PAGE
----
Australia will be an international embarrassment at the US-led climate change summit this week, as other countries put a firm foot down to reduce emissions.
That is the message from climate scientists and economists who argue our country is in the best position in the world to take advantage of a renewable future.
All it has to do is make the leap.
On Thursday night, US President Joe Biden will try to pull off some diplomatic gymnastics – by convincing countries to take a tougher stance on climate change while simultaneously rebuilding the US’s credibility on the issue, after years of damaging denialism from the Trump administration.
The Biden administration hopes the two-day summit will mark a turning point in the global fight against climate change and set an ambitious tone before the main event in 2021 – the UN climate conference in Glasgow in November.
Prime Minister Scott Morrison this week set the scene before the summit, by indicating he would not be interested in taking up a more ambitious emissions-reduction target, while vowing to spend an extra $540 million on clean energy projects and announcing $565 million to support partnerships and research into low-emissions technology.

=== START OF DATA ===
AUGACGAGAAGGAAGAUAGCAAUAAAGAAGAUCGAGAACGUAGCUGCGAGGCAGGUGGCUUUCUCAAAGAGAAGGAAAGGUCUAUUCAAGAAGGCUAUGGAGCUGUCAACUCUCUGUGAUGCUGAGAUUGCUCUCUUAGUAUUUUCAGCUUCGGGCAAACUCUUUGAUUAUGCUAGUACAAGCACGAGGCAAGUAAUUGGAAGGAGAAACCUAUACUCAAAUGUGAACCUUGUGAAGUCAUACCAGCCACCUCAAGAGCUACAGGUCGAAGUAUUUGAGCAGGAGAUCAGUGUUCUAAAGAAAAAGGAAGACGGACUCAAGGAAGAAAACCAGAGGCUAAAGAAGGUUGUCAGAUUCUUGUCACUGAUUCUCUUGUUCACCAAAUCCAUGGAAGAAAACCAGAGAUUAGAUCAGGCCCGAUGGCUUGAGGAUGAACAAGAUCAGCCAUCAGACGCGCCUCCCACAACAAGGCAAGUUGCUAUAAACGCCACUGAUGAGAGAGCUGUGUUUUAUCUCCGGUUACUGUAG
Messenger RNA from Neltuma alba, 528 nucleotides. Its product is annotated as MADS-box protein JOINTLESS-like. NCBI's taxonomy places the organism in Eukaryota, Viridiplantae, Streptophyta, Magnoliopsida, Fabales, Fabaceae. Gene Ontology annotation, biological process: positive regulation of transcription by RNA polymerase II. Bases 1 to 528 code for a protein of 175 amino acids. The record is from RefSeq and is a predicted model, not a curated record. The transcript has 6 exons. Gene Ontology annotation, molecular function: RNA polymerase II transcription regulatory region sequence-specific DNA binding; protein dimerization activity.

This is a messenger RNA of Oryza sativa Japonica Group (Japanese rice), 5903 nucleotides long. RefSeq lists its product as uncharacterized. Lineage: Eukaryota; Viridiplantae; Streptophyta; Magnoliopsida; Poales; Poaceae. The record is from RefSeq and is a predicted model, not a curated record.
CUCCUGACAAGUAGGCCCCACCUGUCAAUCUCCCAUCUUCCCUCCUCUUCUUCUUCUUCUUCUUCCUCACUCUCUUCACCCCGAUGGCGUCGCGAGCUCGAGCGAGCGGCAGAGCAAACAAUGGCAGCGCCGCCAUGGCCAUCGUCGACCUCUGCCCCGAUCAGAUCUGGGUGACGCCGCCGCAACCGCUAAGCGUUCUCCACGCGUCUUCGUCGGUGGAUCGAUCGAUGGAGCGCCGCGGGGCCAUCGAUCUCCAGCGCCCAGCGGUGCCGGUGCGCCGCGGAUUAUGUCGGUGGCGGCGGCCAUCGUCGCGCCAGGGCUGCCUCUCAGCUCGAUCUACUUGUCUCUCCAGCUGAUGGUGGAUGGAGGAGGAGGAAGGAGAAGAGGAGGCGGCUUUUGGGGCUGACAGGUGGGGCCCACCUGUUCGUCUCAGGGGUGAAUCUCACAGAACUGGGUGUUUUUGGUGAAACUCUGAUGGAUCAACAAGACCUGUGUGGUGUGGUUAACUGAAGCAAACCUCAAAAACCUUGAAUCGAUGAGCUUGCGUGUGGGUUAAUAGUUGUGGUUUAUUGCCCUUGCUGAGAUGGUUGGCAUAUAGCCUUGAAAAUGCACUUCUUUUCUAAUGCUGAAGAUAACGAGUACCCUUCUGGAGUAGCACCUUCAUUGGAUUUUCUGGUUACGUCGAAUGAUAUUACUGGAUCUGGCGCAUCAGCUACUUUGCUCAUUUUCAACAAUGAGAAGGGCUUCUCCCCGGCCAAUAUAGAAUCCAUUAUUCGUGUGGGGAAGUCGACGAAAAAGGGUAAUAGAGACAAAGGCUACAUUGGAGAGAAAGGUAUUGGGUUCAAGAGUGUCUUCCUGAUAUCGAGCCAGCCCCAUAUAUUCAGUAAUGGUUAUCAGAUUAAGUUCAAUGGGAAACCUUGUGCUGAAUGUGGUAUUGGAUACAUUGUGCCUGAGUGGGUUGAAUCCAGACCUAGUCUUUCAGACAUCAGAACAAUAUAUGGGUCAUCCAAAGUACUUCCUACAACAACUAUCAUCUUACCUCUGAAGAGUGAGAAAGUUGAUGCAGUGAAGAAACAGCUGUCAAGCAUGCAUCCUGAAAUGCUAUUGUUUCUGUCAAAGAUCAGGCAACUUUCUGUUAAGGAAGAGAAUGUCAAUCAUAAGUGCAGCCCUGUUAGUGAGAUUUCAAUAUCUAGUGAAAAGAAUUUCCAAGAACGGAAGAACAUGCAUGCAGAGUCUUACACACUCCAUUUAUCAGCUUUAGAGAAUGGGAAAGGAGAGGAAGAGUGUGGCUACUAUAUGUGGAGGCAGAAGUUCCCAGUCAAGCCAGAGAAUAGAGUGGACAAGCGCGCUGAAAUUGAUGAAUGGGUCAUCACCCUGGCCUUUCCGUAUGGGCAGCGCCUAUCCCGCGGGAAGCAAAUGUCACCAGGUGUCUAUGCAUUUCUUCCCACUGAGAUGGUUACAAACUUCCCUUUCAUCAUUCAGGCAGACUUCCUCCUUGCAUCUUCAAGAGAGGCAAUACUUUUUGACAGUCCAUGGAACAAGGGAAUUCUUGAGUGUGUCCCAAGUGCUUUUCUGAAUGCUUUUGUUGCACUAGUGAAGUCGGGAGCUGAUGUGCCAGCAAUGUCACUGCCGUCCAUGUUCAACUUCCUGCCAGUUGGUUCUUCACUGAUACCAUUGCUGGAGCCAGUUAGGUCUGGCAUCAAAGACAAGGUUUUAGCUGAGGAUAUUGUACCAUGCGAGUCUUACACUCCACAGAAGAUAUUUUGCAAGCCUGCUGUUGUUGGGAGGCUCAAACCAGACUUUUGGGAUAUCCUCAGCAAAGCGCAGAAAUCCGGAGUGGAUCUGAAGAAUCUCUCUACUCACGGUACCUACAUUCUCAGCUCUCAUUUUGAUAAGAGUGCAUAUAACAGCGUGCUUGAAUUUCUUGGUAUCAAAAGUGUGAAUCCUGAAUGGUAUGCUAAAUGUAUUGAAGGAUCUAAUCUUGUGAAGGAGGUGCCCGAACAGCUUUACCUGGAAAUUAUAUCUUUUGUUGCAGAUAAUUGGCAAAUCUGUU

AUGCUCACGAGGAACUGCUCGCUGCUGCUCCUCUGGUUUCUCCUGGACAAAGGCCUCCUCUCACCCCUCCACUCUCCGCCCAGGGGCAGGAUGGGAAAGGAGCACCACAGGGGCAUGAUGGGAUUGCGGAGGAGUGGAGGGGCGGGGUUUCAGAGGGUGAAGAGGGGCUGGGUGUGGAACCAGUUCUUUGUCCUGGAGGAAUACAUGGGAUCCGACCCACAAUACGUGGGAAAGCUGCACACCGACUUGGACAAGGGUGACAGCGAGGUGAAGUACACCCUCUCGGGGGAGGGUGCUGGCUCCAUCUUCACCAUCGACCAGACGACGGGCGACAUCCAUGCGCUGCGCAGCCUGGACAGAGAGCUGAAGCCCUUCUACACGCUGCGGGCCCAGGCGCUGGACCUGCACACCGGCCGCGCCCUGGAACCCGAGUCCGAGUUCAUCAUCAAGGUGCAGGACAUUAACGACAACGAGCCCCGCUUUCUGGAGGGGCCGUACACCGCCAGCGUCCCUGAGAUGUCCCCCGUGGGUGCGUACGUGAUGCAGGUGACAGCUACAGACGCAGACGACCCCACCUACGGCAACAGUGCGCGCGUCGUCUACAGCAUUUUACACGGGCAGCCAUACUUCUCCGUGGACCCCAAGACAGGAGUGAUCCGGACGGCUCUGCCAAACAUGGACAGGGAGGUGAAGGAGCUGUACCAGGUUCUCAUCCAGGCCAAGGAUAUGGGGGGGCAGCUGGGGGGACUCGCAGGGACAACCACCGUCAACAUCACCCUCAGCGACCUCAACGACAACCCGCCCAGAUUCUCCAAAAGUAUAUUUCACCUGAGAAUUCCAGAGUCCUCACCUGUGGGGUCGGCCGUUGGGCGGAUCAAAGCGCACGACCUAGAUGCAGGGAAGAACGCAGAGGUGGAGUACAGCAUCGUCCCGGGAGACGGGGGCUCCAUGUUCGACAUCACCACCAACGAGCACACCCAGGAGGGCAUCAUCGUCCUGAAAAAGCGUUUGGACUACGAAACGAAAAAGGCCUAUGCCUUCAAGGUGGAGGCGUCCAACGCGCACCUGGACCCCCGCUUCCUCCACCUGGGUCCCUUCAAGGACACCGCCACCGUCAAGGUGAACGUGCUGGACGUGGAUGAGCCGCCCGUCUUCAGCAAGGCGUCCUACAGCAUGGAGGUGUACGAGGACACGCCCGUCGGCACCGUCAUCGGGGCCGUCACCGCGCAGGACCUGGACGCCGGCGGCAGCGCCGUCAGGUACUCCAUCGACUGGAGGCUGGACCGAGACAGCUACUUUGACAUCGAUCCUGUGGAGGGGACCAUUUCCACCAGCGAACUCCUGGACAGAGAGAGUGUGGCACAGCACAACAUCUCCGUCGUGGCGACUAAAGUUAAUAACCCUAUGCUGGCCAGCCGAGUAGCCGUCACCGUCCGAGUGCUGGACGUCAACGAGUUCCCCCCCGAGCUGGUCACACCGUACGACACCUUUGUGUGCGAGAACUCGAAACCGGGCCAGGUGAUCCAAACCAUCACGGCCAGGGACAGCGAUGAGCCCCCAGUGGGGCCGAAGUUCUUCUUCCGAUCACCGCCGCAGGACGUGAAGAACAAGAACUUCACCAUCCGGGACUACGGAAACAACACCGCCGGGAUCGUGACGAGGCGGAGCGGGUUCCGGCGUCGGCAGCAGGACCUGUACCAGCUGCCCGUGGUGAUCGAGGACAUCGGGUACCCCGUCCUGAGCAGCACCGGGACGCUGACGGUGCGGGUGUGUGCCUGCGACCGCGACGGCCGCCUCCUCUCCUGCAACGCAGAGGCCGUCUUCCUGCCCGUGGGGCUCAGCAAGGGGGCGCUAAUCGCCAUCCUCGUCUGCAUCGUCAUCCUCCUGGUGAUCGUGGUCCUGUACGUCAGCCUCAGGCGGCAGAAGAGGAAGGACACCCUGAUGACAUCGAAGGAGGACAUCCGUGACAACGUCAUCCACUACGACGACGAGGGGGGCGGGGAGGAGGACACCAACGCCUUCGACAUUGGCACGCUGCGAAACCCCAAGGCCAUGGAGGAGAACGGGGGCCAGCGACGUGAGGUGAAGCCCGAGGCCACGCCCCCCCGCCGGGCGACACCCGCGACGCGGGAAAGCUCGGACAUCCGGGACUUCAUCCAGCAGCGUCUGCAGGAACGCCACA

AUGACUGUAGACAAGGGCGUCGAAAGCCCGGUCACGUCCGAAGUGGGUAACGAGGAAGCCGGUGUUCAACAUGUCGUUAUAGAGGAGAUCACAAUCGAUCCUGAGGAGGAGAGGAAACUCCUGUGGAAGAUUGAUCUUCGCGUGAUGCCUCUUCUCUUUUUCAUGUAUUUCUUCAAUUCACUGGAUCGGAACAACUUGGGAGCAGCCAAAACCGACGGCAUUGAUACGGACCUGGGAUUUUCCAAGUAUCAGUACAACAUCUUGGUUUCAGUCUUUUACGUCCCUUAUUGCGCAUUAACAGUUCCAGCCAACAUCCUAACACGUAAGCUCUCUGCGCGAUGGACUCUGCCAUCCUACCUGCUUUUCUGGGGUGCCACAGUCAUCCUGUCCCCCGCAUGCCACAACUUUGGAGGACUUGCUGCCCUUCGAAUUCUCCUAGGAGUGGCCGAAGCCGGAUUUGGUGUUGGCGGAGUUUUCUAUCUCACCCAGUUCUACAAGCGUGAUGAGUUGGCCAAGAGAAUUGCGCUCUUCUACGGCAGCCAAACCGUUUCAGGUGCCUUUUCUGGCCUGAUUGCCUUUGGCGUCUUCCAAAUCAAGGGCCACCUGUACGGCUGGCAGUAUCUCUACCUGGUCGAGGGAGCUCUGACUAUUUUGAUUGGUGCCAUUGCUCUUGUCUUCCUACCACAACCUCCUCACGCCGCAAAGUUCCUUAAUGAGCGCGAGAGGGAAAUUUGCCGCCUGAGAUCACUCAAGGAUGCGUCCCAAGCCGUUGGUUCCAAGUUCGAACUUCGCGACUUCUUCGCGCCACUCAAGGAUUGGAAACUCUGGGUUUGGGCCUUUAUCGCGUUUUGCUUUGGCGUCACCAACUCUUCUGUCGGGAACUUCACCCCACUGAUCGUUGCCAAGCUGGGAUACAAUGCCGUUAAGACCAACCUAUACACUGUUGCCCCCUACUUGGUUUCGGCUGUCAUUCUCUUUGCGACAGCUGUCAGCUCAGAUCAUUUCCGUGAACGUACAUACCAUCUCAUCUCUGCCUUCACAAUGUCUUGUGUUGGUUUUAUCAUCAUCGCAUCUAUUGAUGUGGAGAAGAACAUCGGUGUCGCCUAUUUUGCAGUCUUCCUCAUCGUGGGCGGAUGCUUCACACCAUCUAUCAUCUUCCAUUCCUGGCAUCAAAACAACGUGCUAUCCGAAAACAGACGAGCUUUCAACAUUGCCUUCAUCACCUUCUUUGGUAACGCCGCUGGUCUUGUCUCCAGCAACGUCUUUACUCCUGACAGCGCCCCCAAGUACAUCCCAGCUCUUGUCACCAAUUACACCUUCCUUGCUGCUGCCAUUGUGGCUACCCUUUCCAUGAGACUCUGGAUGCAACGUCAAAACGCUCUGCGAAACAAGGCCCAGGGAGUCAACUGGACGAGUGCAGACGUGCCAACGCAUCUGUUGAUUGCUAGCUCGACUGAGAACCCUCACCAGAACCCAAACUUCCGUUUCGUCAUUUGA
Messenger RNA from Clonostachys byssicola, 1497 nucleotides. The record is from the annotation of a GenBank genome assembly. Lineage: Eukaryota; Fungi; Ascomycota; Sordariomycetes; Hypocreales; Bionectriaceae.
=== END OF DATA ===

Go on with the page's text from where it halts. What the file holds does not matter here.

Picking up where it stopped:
The government is hoping these announcements will demonstrate Australia’s commitment, and help ward off any awkward conversations with world leaders.
No tax? Fine, they say
Will Steffen, Climate Council spokesperson and climate change expert, said the government had “lots of levers” it could pull to act on emissions reductions – without having to introduce new taxes.
“The first thing you have to do is get rid of the subsidy on the fossil fuel industry. That’s not a tax. In fact, it’ll help the bottom line,” Professor Steffen said.
“All levels of government need to stop approving fossil fuel developments, that’s not a tax.
“The third thing is, you can make it easier for the renewables sector by helping retrain the energy sector. You could really support communities like the Hunter by transitioning them into new clean industries.
“That’s also not a tax.”
Australia needed to transition smart and fast before large parts of the country became “unliveable”, he said.
“When you look around at OECD countries, we have the best renewables of any of them. We have the best solar resources, we have good wind. We have hit the jackpot,” Professor Steffen said.
Mr Biden is expected to use the spotlight to announce a new emissions target of 50 per cent below 2005 levels by the year 2030.
He’s encouraged other countries to come equipped with their own ambitious targets, which will leave Australia out in the cold.
Greg Bourne, Climate Council spokesperson, energy expert and former president of BP Australasia, said we had been invited “because we’re a big part of the problem”.
“If we continue exporting emissions-intense products, we will be in trouble and we will miss the clean energy revolution. It is time to clean up our act,” Mr Bourne said.
What we’re doing